In the data depicted above, the results from global climate modeling do not look at all like the behavior of a chaotic system. The data from observations, however, do look like what we typically get from a chaotic system. Stuff moves constantly. On short time scales it shows apparent trends. On longer time scales, however, the trends tend to evaporate.
No wonder observers like Steven Pacala, who is Frederick D. Petrie Professor in Ecology and Evolutionary Biology at Princeton University and a board member at Hamilton Insurance Group, Ltd., are led to say (as quoted in the article): “Climate change makes the historical record of extreme weather an unreliable indicator of current risk.”
When you’re dealing with a chaotic system, the longer the record you’re using, the less predictive power it has.
Another point made in the WSJ article that I thought was hilarious involved prediction of hurricanes in the Persian Gulf.
According to the article, “Such cyclones … have never been observed in the Persian Gulf … with new conditions due to warming, some cyclones could enter the Gulf in the future and also form in the Gulf itself.”
This sounds a lot like a tongue-in-cheek comment I once heard from astronomer Carl Sagan about predictions of life on Venus. He pointed out that when astronomers observe Venus, they generally just see a featureless disk. Science fiction writers had developed a chain of inferences that led them from that observation of a featureless disk to imagining total cloud cover, then postulating underlying swamps teeming with life, and culminating with imagining the existence of Venusian dinosaurs.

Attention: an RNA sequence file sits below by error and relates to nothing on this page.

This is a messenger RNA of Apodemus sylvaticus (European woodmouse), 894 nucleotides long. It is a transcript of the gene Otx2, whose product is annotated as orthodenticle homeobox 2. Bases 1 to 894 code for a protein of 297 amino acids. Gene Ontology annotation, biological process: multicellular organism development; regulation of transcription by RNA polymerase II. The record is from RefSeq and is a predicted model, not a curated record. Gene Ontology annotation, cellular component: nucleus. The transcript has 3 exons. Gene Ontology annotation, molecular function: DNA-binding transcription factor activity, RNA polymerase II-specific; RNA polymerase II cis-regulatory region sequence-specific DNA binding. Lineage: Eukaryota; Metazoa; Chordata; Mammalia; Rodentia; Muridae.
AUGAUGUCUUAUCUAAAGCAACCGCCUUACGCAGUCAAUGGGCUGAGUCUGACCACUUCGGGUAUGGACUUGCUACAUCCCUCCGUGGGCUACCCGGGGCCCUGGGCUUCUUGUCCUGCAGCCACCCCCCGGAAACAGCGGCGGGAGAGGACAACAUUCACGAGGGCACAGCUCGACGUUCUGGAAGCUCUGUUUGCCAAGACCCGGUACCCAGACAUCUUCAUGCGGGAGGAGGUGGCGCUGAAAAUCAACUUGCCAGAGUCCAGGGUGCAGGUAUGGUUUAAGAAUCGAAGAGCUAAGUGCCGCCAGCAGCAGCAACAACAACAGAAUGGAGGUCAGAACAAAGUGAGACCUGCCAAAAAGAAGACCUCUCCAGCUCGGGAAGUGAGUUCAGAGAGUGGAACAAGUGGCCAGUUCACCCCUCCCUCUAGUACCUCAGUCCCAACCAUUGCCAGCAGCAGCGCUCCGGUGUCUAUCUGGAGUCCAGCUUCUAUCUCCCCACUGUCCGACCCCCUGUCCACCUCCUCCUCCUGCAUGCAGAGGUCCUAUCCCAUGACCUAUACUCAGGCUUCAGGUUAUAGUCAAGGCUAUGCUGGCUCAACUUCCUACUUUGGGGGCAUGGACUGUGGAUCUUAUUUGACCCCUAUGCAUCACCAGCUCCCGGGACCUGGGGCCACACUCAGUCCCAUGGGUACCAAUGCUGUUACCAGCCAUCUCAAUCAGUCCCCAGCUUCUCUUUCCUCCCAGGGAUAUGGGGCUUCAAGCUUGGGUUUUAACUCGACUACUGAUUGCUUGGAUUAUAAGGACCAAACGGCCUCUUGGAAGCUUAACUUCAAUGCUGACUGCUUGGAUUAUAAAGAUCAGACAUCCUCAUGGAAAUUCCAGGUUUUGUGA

Observation: “We can see nothing.”
Conclusion: “There are dinosaurs.”
Sagan was pointing out that, though it may make good science fiction, that is bad science.
The WSJ reporters, Bradley Hope and Nicole Friedman, went from “No hurricanes ever seen in the Persian Gulf” to “Future hurricanes in the Persian Gulf” by the same sort of logic.
The kind of specious misinformation represented by the WSJ article confuses folks who have genuine concerns about the environment. Before politicians like Al Gore hijacked the environmental narrative, deflecting it toward climate change, folks paid much more attention to the real environmental issue of pollution.
The one bit of information in the WSJ article that appears prima facie disturbing is contained in the graph at right.
The graph shows actual insurance losses due to catastrophic weather events increasing rapidly over time. The article draws the inference that this trend is caused by human-induced climate change.